Thousands of settlers are refusing to leave their homes in Gaza settlements today as Israeli soldiers and police order them to move out. The pullout is seen by some as a strategy by the Israeli state to consolidate its hold over the West Bank and East Jerusalem. Others see it as a necessary step in the roadmap to peace in Israel-Palestine. We speak with a resident of Gush Katif who is resisting the pullout, the director of the Palestinian Center for Human Rights, a journalist who spent time with soldiers and settlers and the founder of Electronic Intifada. [includes rush transcript]
The Israeli pullout from the Gaza Strip began officially today. Gaza is currently home to 8,500 Israeli settlers and 1.4 million Palestinians.
At midnight, borders into the settlements were sealed and it became illegal for Israeli civilians to remain in the Gaza Strip. Thousands of soldiers are deploying today to inform residents of the 21 Gaza settlements and four of 120 West Bank settlements that they have two days to move out voluntarily. After civilian relocation is complete, the Israeli military will gradually pull out. The Palestinian Authority is scheduled to govern Gaza by the end of the year, marking the first time in decades that Palestinians will control the territory.
The pullout is seen by some as a strategy by the Israeli state to consolidate its hold over the West Bank and East Jerusalem. Others see it as a necessary step in the roadmap to peace in Israel-Palestine. Palestinian President Mahmoud Abbas sought to convey a sense of unity and cooperation in his remarks on the withdrawal yesterday.
- Mahmoud Abbas:
"We want for the settlers and the army to leave in peace and security, without any undue incidents. That is what we are trying to achieve now. If you go out into the streets now, you will discover that there is complete agreement among all of the Palestinian citizens and all of the factions. Everyone is calling for a smooth and quiet withdrawal."
The Israeli Defense Forces are prepared to reoccupy all of Gaza if they meet any resistance from Palestinian groups.
- Abu Yousef, spokesperson for the Al-Aqsa Martyrs Brigades:
"The Zionist enemy should understand that the resistance is not over and our attacks will not have any barriers. Threatening our sites only reassures us to keep our weapons and operations."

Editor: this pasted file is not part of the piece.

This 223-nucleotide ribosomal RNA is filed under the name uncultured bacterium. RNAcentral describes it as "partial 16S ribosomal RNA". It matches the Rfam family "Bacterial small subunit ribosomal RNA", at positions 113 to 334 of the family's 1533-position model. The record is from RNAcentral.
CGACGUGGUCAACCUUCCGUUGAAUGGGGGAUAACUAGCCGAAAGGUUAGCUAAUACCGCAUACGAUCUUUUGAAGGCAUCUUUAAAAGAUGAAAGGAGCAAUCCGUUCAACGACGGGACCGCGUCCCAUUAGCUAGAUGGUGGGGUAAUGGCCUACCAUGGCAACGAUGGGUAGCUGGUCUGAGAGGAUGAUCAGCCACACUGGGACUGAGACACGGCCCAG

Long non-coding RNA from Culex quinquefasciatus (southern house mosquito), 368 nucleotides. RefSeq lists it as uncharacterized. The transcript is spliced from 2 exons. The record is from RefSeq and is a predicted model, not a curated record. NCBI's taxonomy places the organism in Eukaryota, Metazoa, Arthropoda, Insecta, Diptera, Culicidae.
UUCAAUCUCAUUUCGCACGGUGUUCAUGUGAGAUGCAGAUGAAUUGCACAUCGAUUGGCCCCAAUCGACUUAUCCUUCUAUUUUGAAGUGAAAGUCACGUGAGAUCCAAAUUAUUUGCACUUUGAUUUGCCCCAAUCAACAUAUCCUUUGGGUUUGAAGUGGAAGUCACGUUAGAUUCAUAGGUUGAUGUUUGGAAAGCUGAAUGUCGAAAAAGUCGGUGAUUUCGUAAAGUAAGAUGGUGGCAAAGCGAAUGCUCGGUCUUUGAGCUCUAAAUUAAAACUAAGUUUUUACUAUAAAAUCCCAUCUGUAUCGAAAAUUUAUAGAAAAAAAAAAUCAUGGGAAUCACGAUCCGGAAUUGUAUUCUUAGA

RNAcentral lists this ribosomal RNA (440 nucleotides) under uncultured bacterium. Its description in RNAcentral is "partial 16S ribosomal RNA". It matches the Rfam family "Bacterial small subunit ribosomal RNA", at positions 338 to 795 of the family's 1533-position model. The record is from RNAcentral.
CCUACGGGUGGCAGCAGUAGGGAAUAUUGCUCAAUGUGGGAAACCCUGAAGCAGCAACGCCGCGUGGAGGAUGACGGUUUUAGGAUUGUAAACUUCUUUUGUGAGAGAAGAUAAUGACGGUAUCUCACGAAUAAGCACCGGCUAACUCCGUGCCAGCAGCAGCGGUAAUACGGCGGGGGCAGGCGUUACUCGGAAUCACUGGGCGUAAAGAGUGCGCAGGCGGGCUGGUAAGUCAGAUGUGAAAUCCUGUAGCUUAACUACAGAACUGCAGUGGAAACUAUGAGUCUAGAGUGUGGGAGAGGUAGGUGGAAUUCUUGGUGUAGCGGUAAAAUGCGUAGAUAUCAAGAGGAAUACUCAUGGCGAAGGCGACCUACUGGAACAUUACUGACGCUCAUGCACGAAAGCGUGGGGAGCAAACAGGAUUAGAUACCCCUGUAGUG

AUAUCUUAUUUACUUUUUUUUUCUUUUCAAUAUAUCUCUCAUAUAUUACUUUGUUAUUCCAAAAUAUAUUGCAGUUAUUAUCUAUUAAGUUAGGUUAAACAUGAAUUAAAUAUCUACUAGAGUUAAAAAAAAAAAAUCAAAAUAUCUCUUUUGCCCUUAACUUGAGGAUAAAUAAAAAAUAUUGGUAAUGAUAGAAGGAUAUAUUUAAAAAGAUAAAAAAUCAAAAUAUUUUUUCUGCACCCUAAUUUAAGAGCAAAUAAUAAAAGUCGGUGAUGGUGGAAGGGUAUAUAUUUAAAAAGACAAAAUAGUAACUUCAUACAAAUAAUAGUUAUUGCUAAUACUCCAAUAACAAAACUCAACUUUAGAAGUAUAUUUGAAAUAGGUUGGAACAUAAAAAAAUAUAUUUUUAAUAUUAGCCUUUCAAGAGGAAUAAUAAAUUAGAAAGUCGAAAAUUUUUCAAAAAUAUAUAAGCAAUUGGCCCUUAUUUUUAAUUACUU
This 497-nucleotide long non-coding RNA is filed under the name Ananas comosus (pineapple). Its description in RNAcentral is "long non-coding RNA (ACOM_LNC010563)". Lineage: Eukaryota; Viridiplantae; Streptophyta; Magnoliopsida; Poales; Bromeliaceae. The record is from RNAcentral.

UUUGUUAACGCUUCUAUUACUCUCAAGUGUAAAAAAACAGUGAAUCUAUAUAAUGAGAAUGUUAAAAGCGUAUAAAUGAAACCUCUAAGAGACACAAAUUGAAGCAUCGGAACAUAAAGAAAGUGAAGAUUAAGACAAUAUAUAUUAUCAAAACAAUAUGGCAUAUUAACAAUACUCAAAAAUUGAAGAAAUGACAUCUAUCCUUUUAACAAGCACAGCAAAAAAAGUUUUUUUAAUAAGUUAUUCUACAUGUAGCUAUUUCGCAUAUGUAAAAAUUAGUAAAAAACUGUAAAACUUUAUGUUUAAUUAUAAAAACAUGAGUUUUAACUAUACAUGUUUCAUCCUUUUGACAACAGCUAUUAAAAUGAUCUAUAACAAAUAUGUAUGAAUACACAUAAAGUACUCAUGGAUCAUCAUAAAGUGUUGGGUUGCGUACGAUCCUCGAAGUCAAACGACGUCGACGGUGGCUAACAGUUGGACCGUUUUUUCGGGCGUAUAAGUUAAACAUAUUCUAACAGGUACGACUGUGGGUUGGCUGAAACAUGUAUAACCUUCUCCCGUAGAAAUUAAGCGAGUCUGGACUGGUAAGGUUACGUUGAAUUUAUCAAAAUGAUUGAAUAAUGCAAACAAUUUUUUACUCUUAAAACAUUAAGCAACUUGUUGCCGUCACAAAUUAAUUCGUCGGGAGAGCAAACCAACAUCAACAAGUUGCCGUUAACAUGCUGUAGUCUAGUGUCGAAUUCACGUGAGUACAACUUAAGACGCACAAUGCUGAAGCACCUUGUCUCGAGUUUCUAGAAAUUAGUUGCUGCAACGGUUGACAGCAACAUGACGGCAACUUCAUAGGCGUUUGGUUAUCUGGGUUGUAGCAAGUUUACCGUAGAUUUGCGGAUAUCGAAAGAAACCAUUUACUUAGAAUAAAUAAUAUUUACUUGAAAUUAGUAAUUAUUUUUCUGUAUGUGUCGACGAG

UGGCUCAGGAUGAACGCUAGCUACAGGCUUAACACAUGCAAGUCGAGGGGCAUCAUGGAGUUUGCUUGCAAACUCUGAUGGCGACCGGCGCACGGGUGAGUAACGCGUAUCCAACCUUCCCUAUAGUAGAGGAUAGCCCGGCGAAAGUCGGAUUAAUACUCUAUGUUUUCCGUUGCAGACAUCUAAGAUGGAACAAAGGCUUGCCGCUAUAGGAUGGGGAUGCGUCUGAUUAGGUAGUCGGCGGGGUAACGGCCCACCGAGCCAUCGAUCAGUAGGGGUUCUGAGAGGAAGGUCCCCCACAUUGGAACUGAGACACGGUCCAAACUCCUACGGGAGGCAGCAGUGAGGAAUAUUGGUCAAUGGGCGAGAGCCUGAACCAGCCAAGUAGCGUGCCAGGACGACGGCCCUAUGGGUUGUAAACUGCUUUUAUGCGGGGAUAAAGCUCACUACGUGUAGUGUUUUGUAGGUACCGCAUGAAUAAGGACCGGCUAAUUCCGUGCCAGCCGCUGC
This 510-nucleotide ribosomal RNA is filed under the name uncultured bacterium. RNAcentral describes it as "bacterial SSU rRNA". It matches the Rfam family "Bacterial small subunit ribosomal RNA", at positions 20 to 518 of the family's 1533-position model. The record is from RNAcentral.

A majority of Israelis support the withdrawal, but thousands of settlers are so far refusing to leave. The Israeli government is offering all settlers compensation and new housing outside of Gaza.
The settlements were originally established after the 1967 "Six-Day War" when Israel claimed land outside its internationally recognized borders.
- Idith Zertal, Israeli historian:
"A settlement was a main objective in Zionist ideology and practices and after the 1967 war, the Six-Days war, the settlements were, I could say, almost kidnapped by the Zionist religious group or movement in Israel in creating the settlements beyond the Green Line, beyond the international border"
Settlers are planning to use a variety of methods to resist relocation. This is a resident of one of the fifteen southern Gush Katif settlements.
- Gush Katif Settlement Resident:
"We believe that this program that (Israeli Prime Minister Ariel) Sharon, it is not going to happen. No matter what happen we will not leave this place because it’s our country, you can’t give it to our enemies so we stay here and fight. We will not fight with our soldiers because they are our brothers but we are not going to let them take us out of here."
Several dozen Israeli soldiers have so far refused to implement the relocation of settlers.
- David Matar, a Manhattan-born pediatrician who moved to the Gaza Strip with his wife and six children recently to resist the Israeli pullout.
- Raji Sourani, director of the Palestinan Center for Human Rights.
- Michael Bronner, journalist who recently spent ten days in Gaza talking to settlers and Israeli soldiers. His report will be published on CBS News online.
- Ali Abunimah, founder of Electronic Intifada.
AMY GOODMAN: Palestinian President Mahmoud Abbas sought to convey a sense of unity and cooperation in his remarks on the withdrawal on Sunday.
MAHMOUD ABBAS: We want for the settlers and the army to leave in peace and security without any undue incidents. That is what we’re trying to achieve now. If you go out into the streets now, you will discover that there’s complete agreement among all of the Palestinian citizens and all of the factions. Everyone is calling for a smooth and quiet withdrawal.
AMY GOODMAN: The Israeli defense forces are prepared to reoccupy all of Gaza, if they meet any resistance from Palestinian groups. Abu Yousef, a spokesperson for the Al-Aqsa Martyrs Brigades, responded to the pullout at a news conference on Sunday.
ABU YOUSEF: The Zionist enemy should understand that the resistance is not over and our attacks will not have any barriers. Threatening our sites only reassures us to keep our weapons and operations.